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Bochco is ‘Blue’

‘NYPD’ chief is angry at ABC over scheduling

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Steven Bochco has no complaints at all about the fact that ABC gave his new show, "Philly," the Tuesday-at-9 p.m. timeslot long occupied by his old show, "NYPD Blue." But he's more than a bit miffed at what's happening to "Blue."

As of Nov. 6, "Blue" will air Wednesdays at 9 p.m. — directly opposite NBC's "Law & Order."

"I don't agree with 10 o'clock (9 p.m. MST) on Wednesday," Bochco said. "I think it's not a good time slot for us. I don't think it makes a lot of sense to take a New York-themed police show that has been a great success and put it up against another great success, which is a New York-themed police show, on a night that it dominates with an enormously successful ratings lead-in in 'The West Wing.' "

In other words, Bochco expects "NYPD Blue" to get beaten by "Law & Order" in the ratings. And he fears it could get beaten badly.

"There's simply no question in my mind that we cannot do as well on Wednesday nights at (9) o'clock as we did Tuesdays at (9). . . . I don't think it's a smart move," he said. "It's not my call, obviously. If it was, we wouldn't be there."

"Law & Order" producer Dick Wolf — who, by the way, worked with Bochco on "Hill Street Blues" — said he thought the move "will probably marginally hurt both shows."

"I'm not happy about it," Wolf said. "I'm just as unhappy as Steven."

Bochco obviously feels that ABC looks at "NYPD Blue" as a show that may not be around much longer despite ABC Entertainment co-chairman Stu Bloomberg's insistence that, "We believe in Steven Bochco, and we believe in the show." And Bochco is particularly unhappy that network executives have refused to renew "Blue" beyond the end of its upcoming ninth season.

"Given the realities and the difficulties of being on Wednesdays and my sensitivity to the potential accusation that we were selling out the interests of 'NYPD Blue' for our new show, I asked them to pick us up for a 10th season. And they wouldn't," Bochco said. "That, probably, was the single most disappointing thing in all of this, because if they had picked us up for a 10th season, then you say, 'OK, well, at least that's an acknowledgment that we're being asked to really make a sacrifice but that there's an understanding and a loyalty involved in recognizing that that's a two-way street.' But, clearly, that didn't happen. But we're all grown-ups, and we move on from there."

ABC executives, on the other hand, insist that they're looking at "NYPD Blue" as the strongest weapon they have to fight the entrenched "Law & Order."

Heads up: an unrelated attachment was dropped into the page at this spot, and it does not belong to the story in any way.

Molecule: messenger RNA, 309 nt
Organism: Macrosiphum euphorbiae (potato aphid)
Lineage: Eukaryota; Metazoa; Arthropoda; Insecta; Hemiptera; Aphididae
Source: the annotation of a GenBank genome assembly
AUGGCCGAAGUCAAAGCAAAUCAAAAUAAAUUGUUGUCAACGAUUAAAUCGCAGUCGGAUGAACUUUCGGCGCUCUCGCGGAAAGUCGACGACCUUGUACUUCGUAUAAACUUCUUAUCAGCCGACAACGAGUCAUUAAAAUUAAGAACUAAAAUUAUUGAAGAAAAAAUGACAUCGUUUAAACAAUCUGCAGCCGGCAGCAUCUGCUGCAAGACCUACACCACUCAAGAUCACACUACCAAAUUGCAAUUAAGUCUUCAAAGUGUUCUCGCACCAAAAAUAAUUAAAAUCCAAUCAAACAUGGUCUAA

"We took a cold, hard look at our schedule in May and decided we wanted to be as aggressive and competitive and smart as we could possible be. . . . We felt that 'NYPD Blue' would improve our performance significantly on Wednesday night," said ABC Entertainment co-chairman Lloyd Braun.

This isn't the first time Bochco has complained about the scheduling of "NYPD Blue." Two seasons ago, ABC decided to delay the show's season premiere until January, and Bochco made no secret of his unhappiness. As it turned out, however, delaying the show and allowing it to run without repeats actually boosted "Blue's" ratings.

And the producer would have liked to have seen something similar happen again this season.

"We had hoped . . . that, in being held back to January as we had been the last two years, that we might wind up on Monday nights after football, which would've seemed to be a natural place for us to go," Bochco said. "And being programmed Wednesday at 10 was kind of surprising."

Bochco even suggested that the move has damaged his long relationship with ABC.

"Yeah, I think so," he said. "It certainly doesn't change our commitment to doing the best job that we can do. I love both shows, and I will continue to work as hard as I can on both shows, but, yeah, I think it absolutely changes how you feel about your business partner. No question about it."

And, while he expressed his displeasure in a calm and measured fashion with critics, he was more blunt with ABC execs. Bloomberg said Bochco sent him a copy of a newspaper story "where some woman had killed her husband for turning off 'NYPD Blue.' He sent that to me and said, 'This could happen to you.' "

E-mail: pierce@desnews.com